Saturday, September 30, 2023

Style Your Web Content Like a Printed Book Using CSS3

CSS for Print Layouts: An Introduction

Print is out of vogue in today’s world. Newspapers, magazines and even billboard ads are turning digital these days. Purists, who believe that written journalism should be read only in print form, blame technology for attracting its audience with flashy and jazzy displays. I don’t entirely disagree with them, but what they fail to realize is that they are fighting a lost battle. Either they stay abreast with technology or they will perish. The advantages that digital displays offer outweigh its downsides.

That said, we often like a retro look at times. Digital displays allow us to display text in umpteen new ways that we could not even have dreamed of in the days of print, but sometimes, we all like to go back to the retro look of print. In this article I will discuss how you can imitate the print look on the web using CSS.

Downloadable Fonts

One of the drawbacks of the web was that we didn’t have too many options for fonts. As developers, we can’t know what fonts are installed on the user’s machine. So either we had to make sure the site looks good even with not so sweet fonts or we could target the lowest common denominator and design the site with only the basic fonts that we could be more or less sure the user would have. All this changed when CSS2 introduced downloadable fonts.

With very little CSS, you can achieve wonderful results. Here is the CSS:

@font-face {
font-family: Handwriting; src: url(‘HandwritingDakota.ttf’);
.handwriting { font-family: ‘Handwriting’; }

If you’re interested to know more about how downloadable fonts work, you can read more about it.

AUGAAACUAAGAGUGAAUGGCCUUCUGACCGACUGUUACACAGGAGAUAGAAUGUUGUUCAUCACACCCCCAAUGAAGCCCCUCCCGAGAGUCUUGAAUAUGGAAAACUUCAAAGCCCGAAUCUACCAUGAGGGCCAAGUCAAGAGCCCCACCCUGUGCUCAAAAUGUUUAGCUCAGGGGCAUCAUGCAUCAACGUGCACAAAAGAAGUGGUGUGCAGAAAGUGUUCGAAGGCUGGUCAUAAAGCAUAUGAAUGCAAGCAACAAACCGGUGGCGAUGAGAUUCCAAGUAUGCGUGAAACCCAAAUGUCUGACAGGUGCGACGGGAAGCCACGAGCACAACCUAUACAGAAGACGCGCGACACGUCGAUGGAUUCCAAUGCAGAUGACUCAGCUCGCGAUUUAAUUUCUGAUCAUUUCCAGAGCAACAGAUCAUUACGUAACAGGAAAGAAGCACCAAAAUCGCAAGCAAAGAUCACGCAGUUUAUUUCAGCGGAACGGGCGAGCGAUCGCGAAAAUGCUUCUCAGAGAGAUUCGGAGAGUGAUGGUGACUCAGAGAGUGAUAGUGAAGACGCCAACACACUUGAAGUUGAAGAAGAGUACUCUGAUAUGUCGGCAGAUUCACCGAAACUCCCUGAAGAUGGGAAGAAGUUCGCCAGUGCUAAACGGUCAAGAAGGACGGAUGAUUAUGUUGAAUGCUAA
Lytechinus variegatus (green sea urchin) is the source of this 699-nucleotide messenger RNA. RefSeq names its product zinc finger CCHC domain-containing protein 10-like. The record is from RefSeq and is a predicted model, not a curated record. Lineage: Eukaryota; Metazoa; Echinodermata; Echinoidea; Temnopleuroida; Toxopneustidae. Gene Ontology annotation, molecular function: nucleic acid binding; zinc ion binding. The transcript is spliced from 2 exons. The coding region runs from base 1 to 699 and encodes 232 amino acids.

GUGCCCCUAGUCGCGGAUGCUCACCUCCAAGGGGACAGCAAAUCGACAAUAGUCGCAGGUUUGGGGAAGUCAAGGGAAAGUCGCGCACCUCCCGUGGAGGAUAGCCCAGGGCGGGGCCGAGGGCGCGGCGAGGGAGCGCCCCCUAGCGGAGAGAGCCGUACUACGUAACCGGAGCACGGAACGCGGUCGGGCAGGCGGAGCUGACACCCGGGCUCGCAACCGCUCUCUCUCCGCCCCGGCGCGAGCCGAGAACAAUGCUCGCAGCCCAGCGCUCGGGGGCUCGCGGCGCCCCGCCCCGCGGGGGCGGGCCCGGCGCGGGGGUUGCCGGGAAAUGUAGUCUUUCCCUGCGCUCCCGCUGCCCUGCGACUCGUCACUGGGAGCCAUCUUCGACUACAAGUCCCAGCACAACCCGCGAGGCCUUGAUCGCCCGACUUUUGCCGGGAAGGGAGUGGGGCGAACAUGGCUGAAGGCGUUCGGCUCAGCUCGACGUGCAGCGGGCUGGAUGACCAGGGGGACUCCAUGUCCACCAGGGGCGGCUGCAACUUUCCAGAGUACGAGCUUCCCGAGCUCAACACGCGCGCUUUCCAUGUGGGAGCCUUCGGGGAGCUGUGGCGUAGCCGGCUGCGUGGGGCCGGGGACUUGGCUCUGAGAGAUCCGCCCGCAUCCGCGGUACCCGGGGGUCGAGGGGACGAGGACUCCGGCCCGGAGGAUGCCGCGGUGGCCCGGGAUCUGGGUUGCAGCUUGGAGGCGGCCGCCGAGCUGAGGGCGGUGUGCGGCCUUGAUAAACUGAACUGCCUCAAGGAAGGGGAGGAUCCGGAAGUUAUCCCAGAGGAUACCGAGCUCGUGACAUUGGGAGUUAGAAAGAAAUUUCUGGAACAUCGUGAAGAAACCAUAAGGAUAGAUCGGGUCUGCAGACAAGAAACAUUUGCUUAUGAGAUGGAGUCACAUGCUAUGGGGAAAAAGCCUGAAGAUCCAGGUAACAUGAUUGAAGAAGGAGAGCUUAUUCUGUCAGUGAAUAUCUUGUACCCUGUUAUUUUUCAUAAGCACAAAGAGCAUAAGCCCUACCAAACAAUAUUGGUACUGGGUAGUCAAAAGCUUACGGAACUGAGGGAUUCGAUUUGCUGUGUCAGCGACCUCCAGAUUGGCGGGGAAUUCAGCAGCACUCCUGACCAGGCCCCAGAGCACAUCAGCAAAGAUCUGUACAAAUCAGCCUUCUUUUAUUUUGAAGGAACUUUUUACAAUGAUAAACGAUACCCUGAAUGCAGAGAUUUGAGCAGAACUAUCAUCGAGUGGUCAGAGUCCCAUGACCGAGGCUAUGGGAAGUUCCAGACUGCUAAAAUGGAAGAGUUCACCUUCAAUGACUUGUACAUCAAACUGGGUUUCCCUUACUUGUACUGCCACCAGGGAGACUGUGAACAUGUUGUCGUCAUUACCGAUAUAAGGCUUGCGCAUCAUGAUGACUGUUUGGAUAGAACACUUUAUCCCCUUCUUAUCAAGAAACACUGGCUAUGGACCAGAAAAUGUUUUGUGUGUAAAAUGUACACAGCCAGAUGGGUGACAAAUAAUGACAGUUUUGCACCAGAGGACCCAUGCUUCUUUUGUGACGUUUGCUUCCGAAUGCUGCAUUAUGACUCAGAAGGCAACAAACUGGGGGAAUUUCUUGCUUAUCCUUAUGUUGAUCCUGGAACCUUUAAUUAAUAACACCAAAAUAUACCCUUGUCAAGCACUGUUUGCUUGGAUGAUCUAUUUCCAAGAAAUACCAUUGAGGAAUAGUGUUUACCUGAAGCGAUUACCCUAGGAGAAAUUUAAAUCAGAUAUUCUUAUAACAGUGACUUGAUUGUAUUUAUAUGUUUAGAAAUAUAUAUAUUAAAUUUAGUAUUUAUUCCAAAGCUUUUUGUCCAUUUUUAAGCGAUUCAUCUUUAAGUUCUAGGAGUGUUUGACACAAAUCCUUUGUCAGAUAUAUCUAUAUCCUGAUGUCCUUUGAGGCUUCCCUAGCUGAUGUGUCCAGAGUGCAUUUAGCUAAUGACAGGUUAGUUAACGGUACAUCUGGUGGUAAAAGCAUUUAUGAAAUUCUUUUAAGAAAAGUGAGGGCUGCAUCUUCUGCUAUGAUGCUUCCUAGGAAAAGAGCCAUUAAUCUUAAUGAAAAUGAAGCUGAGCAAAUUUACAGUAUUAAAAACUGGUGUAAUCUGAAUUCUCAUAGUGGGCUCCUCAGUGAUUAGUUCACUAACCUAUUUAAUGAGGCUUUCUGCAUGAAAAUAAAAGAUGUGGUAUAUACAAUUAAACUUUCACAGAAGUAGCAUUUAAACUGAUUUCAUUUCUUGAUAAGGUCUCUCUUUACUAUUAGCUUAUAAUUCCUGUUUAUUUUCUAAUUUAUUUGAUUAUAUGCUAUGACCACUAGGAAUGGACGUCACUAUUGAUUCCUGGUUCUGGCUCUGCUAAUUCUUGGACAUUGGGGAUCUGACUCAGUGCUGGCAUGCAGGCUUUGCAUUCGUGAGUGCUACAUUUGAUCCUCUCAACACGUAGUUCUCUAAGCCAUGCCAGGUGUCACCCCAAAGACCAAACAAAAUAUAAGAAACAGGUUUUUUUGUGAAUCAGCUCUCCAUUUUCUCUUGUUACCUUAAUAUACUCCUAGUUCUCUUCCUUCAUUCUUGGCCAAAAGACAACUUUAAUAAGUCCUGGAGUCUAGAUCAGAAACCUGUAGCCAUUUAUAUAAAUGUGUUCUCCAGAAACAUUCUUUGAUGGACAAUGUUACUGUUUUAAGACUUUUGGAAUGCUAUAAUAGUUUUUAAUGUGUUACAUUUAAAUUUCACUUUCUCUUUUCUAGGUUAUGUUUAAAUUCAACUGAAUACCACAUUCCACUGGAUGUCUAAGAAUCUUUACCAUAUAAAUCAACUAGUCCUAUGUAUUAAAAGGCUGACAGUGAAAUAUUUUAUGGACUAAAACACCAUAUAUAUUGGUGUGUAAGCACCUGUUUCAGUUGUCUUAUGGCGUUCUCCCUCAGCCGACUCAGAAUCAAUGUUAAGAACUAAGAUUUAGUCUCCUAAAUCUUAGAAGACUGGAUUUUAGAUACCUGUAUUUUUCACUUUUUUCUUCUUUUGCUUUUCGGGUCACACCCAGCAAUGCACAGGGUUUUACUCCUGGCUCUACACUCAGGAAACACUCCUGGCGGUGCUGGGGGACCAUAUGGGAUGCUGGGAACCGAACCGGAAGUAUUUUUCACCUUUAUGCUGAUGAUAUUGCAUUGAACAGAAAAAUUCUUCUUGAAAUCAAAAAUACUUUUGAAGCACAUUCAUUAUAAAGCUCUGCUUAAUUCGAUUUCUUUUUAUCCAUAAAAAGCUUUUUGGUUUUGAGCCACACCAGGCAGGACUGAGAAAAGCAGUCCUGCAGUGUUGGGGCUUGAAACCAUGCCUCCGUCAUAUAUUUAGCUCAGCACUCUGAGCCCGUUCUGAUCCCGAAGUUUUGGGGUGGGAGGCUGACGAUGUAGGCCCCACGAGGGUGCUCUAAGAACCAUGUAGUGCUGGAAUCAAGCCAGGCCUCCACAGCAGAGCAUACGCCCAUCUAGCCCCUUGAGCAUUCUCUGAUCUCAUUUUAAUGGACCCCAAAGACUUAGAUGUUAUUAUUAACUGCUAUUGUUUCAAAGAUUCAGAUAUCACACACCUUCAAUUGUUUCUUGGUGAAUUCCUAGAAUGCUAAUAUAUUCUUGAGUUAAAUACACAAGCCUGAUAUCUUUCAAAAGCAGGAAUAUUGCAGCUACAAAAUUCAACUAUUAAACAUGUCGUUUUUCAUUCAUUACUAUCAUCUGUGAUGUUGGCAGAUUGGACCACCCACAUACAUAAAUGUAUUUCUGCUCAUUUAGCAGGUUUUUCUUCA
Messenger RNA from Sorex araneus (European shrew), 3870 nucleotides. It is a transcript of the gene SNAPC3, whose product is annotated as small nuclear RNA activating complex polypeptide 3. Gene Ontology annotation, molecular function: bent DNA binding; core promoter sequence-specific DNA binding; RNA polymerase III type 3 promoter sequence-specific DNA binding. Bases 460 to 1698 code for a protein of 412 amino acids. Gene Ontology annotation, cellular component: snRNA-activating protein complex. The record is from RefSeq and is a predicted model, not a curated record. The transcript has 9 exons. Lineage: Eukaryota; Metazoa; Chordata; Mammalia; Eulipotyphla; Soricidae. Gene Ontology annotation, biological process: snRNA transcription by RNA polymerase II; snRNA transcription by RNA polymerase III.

Another important aspect of print is the kerning, or the spacing between characters. Kerning is usually set by the font designer for the font at normal point size, which is 12 pixels. When you use a larger font size than 12, then the letters look spaced out and you need to tighten them together. And when you make the font size smaller, you would increase the kerning in order to space the letters out a little.

Until CSS2, we could not do this. If the designer was very particular, then you had to make an image of the text and use the image. However, CSS3 introduced kerning and now we don’t need to use image for these pieces of text. Here is an example CSS code to adjust kerning:

<span style=”letter-spacing: 5px”>Ask Some Questions</span>


If you ask a desktop publisher how the body of an article should be aligned, most likely you will hear him say “justified”. The same question, when posed to a web designer, he would tell you that justified text is old school and boring; and the new trend is to left align the text. The jagged right edge adds to the design. I can’t really side with either of them since both make sense to me. However, the web designer was hiding a little secret from you. Until a few years ago, you could not justify text on the web. In order to cover for this drawback, the web designer community decided to sell it as a new trend in design.

After much demand for justified text, the W3C consortium decided to finally support justified text in CSS3. It is as simple as the following code:

#text-block { width: 400px; text-align: justify; }


Justifying text makes the page look neat and nice, but if you look closely at the text, sometimes you will notice that the space between some words is quite large and it looks a little odd. This happens because the first word on the next line is too long to fit into this line and that is why it has to be pushed down. And now, as the text has to stick to both edges of the text block, the only place the browser can add space is in between words.